A Systematic Study of the Prevalence and Risk Factors of CKD in Uddanam, India

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Kidney International Reports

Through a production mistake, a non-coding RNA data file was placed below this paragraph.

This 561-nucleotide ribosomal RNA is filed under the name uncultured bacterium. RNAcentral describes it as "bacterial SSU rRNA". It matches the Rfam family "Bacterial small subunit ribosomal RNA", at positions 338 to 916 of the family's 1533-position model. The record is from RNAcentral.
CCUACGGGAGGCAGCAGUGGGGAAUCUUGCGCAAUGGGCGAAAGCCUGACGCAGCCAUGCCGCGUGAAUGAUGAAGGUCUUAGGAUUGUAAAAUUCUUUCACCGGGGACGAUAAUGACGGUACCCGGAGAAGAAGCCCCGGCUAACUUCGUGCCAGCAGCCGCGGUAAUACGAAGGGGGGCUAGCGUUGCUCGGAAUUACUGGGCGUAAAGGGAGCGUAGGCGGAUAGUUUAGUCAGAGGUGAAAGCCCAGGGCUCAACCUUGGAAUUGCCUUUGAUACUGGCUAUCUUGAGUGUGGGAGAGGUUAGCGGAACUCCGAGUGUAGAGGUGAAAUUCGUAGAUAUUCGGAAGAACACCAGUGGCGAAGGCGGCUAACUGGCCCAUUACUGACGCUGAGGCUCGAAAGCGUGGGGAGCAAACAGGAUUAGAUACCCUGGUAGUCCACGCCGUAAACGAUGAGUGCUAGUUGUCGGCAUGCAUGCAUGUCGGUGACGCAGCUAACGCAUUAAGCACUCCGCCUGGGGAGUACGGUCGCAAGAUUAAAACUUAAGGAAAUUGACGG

Introduction: Despite reports of a high prevalence of chronic kidney disease (CKD) from the coastal Uddanam region of Andhra Pradesh, India, there are no accurate data on the distribution of kidney function abnormalities and CKD risk factors in this region. Methods: A total of 2419 participants were recruited through multistage cluster random sampling from 67 villages. Serum creatinine and urine protein creatinine ratio were measured using validated methodologies. All abnormal estimated glomerular filtration rate (eGFR) and urine protein creatinine ratio values were reconfirmed after 3 months. A range of sociodemographic factors were evaluated for their association with CKD using Poisson regression. Results: Of 2402 eligible subjects (mean ± SD age, 45.67 ± 13.29 years; 51% female), 506 (21.07%) had CKD (mean ± SD age, 51.79 ± 13.12 years; 41.3% female). A total of 246 (10.24%) had eGFR <60 ml/min/1.73 m2, whereas 371 (15.45%) had an elevated urine protein creatinine ratio (>0.15 g/g). The poststratified estimates, adjusted for age and sex distribution of the region for CKD prevalence, are 18.7% (range, 16.4%–21.0%) overall and 21.3% (range, 18.2%–24.4% ) and 16.2% (range, 13.7%–18.8%) in men and women, respectively. Older age, male sex, tobacco use, hypertension, and family history of CKD were independently associated with CKD. Compared with those with higher eGFR, those with eGFR <60 ml/min/1.73m2 were older, were more likely to be uneducated, manual laborers/farmers, or tobacco users, and were more likely to have hypertension, a family history of CKD, a diagnosis of heart disease, and a lower body mass index. Among those with low eGFR, there was no difference between those with urine protein creatinine ratio <0.15 or >0.15, except a lower frequency of males in the former. Conclusion: We confirmed the high prevalence of CKD in the adult population of Uddanam. The cause was not apparent in a majority. Subjects with a low eGFR with or without elevated proteinuria were phenotypically distinct from those with proteinuria and preserved eGFR. Our data suggest the need to apply a population-based approach to screening and prevention and studies to understand the causes of CKD in this region.

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